Vol. 2, No. 5
May 2015


Estelle Griswold's Legacy

June 7, 2015 will mark the 50th anniversary of Griswold v. Connecticut, a landmark decision in which the Supreme Court of the United States ruled that contraceptive use was lawful for married women as part of the constitutional right to privacy. The decision had far-reaching effects on further decisions regarding human rights and reproductive freedom. But who exactly was Estelle Griswold-the woman at the forefront of the case?


Griswold was born Estelle Trebert in Hartford, Connecticut in 1900. She studied music as a young woman but later found employment as a medical technologist in Washington, D.C., where she moved with her husband in 1927. In the 1940s, she became involved in worldwide charitable organizations including the United Nations Relief and Rehabilitation Association, where she witnessed the effects of poverty firsthand. She became convinced that contraception was essential to preventing human misery around the world.


When she returned to the United States, Griswold joined the Planned Parenthood League. Soon, she was promoted to Executive Director. At the time, a woman in Connecticut could not purchase birth control or even request information about contraceptives from a pharmacist. In order to bring the issue to court, Griswold and Dr. C. Lee Buxton, Medical Director of the Planned Parenthood Center, opened a birth control clinic where they dispersed contraceptives. They were quickly arrested and convicted of violating Connecticut's anti-contraception laws. Griswold took the opportunity to appeal the case, citing the fourteenth amendment. The ensuing series of trials produced the landmark decision that would mark Griswold's legacy.





WWHP Meets Handle with Care

Arleen Prairie, Araida Palacios, Carmen Macias, Jackie Kirley.

At the 2 pm performance on May 9, 2015, fifteen young actors from Lookingglass' Young Ensemble performed Handle with Care, a play about child care, and successfully portrayed the children who attended a child care center, the parents who brought them there, and the teachers who cared for them at the center. The actors were convincing enough that a 12-year-old could play the older brother of a cranky toddler, played by a 17-year-old, and both were believable to the audience. Tracy Walsh, Lookingglass Ensemble Member, together with the members of the Young Ensemble and Associate Director Sophie Weisskoff, wrote the play and then directed it. The play was partially inspired by the interviews collected by WWHP. Handle with Care was by turns funny and touching and it brought out some important issues around the topic of child care.


The post-performance discussion, led by Michael Rohd, artistic director of Lookingglass' Civic Practice Lab, first addressed the processes the young actors had undergone to put on the play. Later, Michael Rohd led WWHP members and their guests in a discussion of additional issues that Tracy should be aware of as she writes future plays using WWHP interviews and of audiences and venues where those plays could be performed. The audience that day included two interviewees, both owners of home child cares and both SEIU activists; two higher level staff members from the Ounce of Prevention Fund; and a vice president from Illinois Action for Children. All contributed to the discussion.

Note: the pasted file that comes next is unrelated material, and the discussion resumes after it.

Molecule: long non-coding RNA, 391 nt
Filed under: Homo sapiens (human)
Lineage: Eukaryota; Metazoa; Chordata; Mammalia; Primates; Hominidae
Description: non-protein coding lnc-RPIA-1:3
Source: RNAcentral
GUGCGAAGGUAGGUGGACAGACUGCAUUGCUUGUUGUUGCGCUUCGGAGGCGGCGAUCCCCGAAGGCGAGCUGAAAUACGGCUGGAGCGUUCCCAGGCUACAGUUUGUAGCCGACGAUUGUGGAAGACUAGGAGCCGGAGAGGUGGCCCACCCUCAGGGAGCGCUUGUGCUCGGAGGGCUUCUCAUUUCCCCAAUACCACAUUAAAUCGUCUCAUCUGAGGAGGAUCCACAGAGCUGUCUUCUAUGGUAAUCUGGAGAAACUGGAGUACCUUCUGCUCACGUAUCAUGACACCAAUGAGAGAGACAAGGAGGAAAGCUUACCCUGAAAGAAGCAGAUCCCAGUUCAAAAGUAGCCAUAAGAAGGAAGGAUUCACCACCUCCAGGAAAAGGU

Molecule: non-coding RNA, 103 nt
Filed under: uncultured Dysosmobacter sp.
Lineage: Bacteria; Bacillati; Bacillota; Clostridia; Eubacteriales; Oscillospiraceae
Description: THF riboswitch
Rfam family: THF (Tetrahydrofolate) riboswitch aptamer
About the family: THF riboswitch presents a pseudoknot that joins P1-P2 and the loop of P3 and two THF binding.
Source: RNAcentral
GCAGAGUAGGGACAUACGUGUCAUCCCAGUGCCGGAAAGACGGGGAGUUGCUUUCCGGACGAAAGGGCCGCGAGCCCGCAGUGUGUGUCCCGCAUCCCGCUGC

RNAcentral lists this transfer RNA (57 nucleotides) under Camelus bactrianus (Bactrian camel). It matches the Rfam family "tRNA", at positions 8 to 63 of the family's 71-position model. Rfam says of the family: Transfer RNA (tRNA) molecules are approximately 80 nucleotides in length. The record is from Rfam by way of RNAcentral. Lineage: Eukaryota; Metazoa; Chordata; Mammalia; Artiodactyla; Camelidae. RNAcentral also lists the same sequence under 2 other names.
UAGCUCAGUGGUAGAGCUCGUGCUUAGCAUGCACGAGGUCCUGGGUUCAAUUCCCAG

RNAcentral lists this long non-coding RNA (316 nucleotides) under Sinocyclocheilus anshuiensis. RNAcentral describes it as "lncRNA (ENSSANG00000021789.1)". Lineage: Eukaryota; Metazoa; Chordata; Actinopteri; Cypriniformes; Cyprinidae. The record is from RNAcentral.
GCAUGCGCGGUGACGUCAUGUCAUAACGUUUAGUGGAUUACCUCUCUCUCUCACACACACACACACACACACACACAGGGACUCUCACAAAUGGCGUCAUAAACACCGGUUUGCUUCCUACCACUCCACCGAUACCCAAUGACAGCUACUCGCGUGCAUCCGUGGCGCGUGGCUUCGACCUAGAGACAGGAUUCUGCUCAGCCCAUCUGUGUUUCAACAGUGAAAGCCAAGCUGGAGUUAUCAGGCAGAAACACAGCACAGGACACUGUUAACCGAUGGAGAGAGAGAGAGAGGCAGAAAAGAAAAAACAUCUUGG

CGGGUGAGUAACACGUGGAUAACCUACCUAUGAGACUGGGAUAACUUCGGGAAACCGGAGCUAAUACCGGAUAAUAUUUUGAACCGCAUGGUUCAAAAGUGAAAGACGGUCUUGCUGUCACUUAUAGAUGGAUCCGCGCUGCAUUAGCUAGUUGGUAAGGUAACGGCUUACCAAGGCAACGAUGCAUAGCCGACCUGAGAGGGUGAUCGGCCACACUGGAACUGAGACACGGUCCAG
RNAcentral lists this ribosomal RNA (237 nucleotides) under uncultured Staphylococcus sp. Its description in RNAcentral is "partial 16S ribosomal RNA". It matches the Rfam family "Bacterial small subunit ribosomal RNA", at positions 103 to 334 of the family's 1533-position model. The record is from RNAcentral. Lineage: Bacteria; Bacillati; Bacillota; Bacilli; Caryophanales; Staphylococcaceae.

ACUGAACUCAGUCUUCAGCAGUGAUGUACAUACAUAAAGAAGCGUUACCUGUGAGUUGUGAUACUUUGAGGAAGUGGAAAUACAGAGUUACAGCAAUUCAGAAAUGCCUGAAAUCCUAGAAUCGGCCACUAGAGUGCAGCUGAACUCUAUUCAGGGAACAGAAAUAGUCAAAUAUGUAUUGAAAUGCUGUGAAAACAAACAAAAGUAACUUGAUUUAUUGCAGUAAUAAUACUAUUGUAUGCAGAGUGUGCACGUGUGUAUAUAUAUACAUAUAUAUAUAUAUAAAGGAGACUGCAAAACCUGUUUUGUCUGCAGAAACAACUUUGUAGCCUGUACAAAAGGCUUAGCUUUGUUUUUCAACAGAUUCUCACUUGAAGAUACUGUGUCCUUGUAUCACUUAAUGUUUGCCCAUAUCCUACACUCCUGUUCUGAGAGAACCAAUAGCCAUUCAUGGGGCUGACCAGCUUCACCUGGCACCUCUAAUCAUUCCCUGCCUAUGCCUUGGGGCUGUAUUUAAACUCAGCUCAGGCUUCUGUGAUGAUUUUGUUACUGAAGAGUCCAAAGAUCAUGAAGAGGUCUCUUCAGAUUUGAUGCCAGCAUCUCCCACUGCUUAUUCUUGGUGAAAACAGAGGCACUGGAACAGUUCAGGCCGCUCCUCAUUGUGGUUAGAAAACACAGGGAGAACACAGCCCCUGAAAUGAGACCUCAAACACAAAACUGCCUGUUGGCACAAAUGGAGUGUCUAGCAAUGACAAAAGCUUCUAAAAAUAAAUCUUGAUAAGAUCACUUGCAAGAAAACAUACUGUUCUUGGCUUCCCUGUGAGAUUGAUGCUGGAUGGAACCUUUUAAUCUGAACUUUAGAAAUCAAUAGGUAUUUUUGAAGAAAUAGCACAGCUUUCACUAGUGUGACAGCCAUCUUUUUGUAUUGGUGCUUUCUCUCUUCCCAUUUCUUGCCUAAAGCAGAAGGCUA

With the benefit of Lookingglass' artistic creations, based on WWHP interviews, WWHP hopes to make the public, early childhood and community leaders aware of the importance of quality, affordable child care to Chicago's working class and augment discussions on needed improvements in child care -- improvements for the practitioners, the parents, and, of course, for the children.


-WWHP President Jacqueline Kirley




Child Care and Home Care Workers Rally in Springfield

On May 21, child care and home care workers gathered in the state capital to protest Governor Rauner's many proposals that threaten their livelihoods. Rauner wishes to take health coverage, union protections, and training away from the 50,000 healthcare workers in Illinois. These decisions will not only affect workers, but also the many people who depend on them. Child care workers already only made $4.59 an hour in 2013, according to state statistics.


To learn more, visit the SEIU Healthcare website at http://www.seiuhcilin.org.




An Update on the Mother Jones Museum

WWHP is proud to announce that it donated nearly $7,000 from April's fundraiser to the Mother Jones Museum in Mt. Olive, Illinois. On June 21, there will be a kick-off event to open the museum, complete with small exhibits and a call to the community to contribute artifacts and personal stories about Mother Jones to the museum.


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